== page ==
The other day I was on the Toyoko Line, headed home to Yokohama, enjoying the extra space I’m given often by my fainthearted fellow commuters. The car was full but the seat beside mine was empty. I noticed but on any given day the amount of attention I pay it varies from too much to as little as possible. This was one of those as little as possible days, for I had my iPad on my lap and was reading (and responding) to some of the comments I’d gotten on my ongoing series, Why Do Gaijin Clash…?
One comment in particular was from this guy hypothesizing that racism in Japan is mostly being perpetrated by extroverted members of the Master Race incapable of adjusting to and accepting life in an introverted country…yeah, fascinating stuff, right? Yeah, I was about to respond and tell the writer what I thought about his attempts at derailing the topic when I decided it could wait…
But, life, as it has a habit of doing, intervened.
I looked up to see that the train had pulled into Jiyugaoka station. The person sitting on the opposite side of the empty space beside me got up, collected himself and got off the train along with a good number of the other passengers. As the boarding passengers filed in, I told myself not to pay them any mind. I hate that spat on feeling I get when I see Japanese people, clearly eager to sit down, spot the empty seat near me, actually make an instinctual move toward it, then once their eyes scrape over me, abruptly alter their trajectory and scurry away. Almost as much as I hate the magnetism this behavior possesses, that of a 20 car pile up on the highway, with bloodied corpses hanging out of shattered windshields.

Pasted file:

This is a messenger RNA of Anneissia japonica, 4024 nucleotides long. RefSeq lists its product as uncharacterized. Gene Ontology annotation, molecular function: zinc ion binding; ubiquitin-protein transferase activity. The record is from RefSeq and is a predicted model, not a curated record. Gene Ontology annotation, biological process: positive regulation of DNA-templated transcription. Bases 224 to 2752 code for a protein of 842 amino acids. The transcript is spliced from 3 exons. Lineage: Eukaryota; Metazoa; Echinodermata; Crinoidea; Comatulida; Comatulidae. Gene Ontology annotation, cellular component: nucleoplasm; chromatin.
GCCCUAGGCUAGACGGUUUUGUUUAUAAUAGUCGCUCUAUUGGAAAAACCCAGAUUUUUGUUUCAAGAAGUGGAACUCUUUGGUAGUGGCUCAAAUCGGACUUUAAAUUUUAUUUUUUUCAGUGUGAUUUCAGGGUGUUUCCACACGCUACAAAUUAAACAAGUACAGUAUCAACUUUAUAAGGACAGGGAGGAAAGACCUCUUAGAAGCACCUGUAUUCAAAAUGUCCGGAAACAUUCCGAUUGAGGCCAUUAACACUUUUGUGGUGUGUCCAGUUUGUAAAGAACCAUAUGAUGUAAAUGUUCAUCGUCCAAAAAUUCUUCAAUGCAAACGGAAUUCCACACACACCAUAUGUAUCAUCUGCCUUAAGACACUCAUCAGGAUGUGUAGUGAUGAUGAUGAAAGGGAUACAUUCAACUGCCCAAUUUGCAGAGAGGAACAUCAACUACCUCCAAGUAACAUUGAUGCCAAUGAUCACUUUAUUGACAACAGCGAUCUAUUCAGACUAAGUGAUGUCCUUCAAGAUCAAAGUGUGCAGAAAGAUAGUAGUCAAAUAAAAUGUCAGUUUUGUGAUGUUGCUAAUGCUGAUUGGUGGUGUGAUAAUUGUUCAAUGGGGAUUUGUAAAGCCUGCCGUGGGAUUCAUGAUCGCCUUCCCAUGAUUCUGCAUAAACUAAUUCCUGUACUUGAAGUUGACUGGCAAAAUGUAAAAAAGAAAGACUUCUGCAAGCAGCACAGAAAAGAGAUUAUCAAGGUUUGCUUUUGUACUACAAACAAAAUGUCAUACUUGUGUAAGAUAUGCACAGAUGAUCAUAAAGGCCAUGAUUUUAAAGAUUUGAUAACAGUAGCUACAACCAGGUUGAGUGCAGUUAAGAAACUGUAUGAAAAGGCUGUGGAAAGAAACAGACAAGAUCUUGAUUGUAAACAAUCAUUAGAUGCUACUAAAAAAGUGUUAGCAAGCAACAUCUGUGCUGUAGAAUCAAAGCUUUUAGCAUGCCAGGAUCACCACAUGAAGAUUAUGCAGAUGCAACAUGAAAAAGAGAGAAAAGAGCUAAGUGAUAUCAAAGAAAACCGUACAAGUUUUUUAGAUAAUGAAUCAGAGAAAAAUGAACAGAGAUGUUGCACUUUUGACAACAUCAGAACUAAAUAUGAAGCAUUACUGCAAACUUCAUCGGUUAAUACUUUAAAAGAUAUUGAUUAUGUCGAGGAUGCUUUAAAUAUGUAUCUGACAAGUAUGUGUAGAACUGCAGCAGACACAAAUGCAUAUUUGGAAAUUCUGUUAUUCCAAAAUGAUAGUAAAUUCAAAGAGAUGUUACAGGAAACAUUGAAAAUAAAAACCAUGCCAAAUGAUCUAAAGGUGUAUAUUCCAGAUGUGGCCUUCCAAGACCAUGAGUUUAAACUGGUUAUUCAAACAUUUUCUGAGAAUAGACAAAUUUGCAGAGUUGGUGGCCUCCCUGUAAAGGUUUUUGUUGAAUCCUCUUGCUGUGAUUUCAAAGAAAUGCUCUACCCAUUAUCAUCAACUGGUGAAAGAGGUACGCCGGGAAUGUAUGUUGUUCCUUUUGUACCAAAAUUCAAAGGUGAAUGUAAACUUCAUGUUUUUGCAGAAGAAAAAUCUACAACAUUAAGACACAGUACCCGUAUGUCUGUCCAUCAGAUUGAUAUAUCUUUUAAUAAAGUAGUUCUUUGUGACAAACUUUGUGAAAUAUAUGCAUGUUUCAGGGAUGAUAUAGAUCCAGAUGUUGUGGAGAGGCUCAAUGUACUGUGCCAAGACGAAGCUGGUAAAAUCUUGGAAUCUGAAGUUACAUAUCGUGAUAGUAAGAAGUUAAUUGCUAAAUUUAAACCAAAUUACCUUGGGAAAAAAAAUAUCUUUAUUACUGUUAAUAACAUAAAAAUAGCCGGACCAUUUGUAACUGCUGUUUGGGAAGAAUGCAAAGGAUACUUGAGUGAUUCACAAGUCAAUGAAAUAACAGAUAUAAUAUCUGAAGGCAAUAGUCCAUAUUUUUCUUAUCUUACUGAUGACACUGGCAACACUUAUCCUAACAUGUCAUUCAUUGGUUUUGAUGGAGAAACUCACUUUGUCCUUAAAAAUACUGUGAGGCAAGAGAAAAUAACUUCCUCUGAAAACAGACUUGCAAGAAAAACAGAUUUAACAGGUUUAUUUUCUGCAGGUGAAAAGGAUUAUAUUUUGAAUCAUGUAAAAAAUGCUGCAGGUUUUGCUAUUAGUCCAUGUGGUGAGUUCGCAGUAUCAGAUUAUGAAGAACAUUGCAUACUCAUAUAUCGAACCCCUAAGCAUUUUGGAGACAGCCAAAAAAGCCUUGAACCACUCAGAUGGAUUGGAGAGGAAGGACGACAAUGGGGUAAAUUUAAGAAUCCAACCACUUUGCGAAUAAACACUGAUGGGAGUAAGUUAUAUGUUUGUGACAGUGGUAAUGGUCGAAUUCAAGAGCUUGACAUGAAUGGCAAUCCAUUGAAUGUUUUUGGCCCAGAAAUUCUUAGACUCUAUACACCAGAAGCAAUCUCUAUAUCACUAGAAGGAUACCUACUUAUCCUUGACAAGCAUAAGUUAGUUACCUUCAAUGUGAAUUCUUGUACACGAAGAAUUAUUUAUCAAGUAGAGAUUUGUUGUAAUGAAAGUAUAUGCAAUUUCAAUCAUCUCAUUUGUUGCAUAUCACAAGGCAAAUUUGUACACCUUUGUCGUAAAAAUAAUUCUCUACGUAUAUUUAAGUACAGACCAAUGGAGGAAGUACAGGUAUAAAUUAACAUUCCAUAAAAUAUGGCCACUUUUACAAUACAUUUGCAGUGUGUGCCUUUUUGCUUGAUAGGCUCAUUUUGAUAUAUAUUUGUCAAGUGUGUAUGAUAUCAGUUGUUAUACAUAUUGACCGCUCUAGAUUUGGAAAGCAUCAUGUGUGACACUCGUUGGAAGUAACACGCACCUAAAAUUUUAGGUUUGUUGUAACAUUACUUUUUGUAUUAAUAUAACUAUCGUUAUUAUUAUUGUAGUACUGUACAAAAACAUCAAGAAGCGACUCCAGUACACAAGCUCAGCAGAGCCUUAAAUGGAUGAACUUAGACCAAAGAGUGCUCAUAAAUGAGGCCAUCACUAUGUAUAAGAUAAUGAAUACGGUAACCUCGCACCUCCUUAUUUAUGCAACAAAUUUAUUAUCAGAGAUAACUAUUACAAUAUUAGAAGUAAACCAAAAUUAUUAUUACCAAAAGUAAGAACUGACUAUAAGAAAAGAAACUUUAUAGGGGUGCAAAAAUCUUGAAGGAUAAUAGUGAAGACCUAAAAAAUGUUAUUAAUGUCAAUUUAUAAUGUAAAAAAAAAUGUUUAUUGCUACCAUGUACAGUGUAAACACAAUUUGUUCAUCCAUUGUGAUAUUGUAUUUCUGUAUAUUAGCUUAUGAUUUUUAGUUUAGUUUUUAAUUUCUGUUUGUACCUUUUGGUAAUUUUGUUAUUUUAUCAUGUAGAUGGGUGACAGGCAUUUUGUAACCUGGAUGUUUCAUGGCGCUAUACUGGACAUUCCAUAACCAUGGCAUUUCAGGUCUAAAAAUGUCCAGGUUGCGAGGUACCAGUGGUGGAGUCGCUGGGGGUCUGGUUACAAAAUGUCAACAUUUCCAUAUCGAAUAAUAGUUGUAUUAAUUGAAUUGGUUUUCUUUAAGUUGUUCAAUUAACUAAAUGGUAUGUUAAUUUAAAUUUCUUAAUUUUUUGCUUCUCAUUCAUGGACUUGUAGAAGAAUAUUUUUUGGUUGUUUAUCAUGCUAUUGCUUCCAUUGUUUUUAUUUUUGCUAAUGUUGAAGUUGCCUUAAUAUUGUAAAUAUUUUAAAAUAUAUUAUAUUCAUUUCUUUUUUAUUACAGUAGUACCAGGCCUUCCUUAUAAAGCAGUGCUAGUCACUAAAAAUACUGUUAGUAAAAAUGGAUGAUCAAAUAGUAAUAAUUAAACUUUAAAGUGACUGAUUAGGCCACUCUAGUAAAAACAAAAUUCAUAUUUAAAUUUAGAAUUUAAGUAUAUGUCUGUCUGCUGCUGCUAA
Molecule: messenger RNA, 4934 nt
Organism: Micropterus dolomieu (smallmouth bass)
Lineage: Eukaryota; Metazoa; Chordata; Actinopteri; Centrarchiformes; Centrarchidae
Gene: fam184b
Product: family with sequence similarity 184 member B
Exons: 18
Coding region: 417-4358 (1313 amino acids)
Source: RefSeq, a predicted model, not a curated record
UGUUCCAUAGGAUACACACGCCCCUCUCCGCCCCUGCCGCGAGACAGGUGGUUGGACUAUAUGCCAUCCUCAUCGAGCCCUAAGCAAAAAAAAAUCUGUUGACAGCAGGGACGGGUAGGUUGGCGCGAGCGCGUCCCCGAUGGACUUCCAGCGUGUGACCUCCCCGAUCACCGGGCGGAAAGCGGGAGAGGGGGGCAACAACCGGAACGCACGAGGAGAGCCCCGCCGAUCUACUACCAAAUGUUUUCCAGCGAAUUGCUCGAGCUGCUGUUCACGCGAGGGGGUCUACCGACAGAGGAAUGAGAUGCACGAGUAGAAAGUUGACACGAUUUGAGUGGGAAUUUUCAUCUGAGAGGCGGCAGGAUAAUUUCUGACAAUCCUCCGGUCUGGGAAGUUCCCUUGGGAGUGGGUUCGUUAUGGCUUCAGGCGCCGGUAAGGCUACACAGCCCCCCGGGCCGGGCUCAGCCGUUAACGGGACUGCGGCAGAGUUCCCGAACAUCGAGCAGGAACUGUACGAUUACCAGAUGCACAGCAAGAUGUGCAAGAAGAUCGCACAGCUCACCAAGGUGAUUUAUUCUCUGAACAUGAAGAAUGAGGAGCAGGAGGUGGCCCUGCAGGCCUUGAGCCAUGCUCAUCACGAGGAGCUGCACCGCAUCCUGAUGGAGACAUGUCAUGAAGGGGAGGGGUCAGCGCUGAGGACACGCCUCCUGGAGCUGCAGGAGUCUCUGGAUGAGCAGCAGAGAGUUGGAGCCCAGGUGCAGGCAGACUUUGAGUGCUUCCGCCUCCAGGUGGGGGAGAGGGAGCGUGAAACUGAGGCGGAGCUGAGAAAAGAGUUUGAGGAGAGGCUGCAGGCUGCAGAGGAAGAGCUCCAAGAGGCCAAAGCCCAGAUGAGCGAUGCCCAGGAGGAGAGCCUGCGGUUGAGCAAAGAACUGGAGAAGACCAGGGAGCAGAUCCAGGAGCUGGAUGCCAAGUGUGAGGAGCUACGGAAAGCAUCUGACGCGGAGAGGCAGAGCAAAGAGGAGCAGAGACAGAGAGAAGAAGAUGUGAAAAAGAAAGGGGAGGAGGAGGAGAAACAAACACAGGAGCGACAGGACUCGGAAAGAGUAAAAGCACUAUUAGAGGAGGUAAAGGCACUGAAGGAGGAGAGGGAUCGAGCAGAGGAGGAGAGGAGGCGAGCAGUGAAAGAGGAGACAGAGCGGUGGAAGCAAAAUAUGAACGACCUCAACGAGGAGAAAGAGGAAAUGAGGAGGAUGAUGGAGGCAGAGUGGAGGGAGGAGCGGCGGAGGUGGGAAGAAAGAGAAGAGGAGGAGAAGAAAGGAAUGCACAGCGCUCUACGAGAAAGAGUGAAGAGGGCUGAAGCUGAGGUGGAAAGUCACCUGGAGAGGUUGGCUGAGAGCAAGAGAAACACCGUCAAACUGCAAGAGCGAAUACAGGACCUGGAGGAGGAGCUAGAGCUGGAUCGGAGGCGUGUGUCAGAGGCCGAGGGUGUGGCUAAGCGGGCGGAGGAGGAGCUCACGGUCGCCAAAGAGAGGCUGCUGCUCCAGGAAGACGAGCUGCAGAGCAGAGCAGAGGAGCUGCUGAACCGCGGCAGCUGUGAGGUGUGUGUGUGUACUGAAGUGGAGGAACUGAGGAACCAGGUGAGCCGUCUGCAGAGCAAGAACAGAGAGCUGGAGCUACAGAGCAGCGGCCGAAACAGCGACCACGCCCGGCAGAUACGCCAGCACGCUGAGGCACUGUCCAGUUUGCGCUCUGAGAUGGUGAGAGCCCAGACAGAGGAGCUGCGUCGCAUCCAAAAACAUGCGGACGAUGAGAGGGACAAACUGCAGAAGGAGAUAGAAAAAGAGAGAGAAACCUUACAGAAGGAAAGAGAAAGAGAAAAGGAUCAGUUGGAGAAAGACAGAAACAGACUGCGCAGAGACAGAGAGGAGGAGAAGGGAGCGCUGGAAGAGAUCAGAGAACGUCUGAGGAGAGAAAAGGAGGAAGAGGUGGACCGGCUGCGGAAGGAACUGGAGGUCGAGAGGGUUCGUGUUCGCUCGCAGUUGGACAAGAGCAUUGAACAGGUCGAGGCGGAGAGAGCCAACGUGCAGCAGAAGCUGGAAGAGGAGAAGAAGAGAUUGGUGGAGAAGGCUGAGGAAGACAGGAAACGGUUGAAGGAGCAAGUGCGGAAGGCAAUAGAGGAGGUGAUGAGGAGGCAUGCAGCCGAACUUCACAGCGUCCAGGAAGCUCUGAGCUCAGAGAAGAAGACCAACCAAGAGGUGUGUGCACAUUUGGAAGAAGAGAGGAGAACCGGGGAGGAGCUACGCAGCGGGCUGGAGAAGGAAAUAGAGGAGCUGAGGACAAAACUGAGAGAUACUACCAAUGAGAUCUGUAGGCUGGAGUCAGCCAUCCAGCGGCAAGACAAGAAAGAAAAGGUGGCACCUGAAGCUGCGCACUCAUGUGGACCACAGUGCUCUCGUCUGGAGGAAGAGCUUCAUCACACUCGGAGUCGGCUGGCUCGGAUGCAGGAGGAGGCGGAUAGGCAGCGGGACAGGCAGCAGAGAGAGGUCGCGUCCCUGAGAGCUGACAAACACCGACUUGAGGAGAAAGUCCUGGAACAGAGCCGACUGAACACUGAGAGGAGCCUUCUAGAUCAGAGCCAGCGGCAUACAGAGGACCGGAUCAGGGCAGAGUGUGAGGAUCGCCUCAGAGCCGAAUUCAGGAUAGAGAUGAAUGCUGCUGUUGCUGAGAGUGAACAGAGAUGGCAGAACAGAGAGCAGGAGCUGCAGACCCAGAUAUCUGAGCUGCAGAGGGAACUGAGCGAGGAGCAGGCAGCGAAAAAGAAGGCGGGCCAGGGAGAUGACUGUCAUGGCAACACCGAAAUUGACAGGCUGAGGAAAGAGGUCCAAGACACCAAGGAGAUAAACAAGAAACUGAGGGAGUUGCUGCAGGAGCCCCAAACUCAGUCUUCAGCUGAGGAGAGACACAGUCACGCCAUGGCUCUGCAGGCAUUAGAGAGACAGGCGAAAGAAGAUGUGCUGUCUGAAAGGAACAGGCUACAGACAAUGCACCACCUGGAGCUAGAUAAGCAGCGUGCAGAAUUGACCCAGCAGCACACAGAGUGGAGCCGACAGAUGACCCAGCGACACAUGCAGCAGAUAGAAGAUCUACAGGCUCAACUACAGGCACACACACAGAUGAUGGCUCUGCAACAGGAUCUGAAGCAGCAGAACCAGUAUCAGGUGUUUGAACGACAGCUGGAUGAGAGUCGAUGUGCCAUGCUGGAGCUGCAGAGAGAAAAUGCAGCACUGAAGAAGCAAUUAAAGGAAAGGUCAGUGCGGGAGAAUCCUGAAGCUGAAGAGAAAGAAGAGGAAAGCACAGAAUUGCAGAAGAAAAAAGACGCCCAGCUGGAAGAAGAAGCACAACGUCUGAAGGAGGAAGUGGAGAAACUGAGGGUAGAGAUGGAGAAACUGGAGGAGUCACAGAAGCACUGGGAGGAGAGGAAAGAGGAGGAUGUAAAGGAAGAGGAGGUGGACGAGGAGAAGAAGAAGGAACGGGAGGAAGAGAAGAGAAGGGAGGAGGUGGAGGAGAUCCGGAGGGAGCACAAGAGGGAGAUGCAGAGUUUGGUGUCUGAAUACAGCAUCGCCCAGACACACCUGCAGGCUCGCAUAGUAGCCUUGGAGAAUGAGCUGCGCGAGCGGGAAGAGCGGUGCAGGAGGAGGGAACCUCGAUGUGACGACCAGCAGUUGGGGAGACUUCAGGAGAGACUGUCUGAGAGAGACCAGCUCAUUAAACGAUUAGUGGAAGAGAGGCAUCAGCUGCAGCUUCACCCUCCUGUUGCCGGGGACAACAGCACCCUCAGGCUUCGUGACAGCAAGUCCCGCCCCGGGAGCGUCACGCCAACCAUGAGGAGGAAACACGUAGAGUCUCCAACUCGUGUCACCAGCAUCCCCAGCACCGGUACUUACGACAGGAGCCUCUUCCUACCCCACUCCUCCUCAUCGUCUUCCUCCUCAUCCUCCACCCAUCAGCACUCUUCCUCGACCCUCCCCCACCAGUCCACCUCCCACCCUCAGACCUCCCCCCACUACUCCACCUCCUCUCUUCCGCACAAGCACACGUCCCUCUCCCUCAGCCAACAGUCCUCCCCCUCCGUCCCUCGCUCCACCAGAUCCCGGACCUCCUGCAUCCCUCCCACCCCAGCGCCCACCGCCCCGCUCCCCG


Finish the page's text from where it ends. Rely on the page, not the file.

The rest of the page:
I closed my eyes, nodded my head downward towards my iPad, and re-opened them…only to read some sycophantic drivel about how I’m to blame for the behavior I was avoiding watching, with my loud, obnoxious, and extroverted nature in a country where the introverts have the power.
I took a deep breath, and before I could exhale, I noticed two tiny legs standing before me. I looked up to see a mother and daughter that had boarded the train. The mother pointed and aimed her daughter at the seat beside mine– frankly shocking the shit outta me. The youngster, all of 4 or 5, resisted, and cried, “Kowai!!” with eyes brimming with fear, grabbed and clung to her mother’s leg for dear life, eyes transfixed on me. This response, however, restored order to my world.
I looked up at the mother. She was genuinely dumbfounded by her daughter’s reaction, and would have died of an overdose if embarrassment was made of aspirin. But there was something else there in her eyes and expression. Something I couldn’t get a read on.
Generally when this kind of thing happens, if I’m acknowledged at all, the parent will adopt a mien that suggests she/he is thinking, “thank god he’s a foreigner and has no idea what my child said…” It’s almost cute, like this fear generated is some well kept secret, like the body language of the child doesn’t scream the meaning of the word.
At least I tell myself it’s almost cute.
I braced myself for the next move. How will Mama address this? Reinforce the fear? Ignore it, as if it’s to be expected and nothing can be done about it? These are the two most popular options, and I expected nothing less now. I tried to turn away, but the rubbernecker in me seized control of my neck, and commanded, “You extroverted minion of the master race, take it like a man!”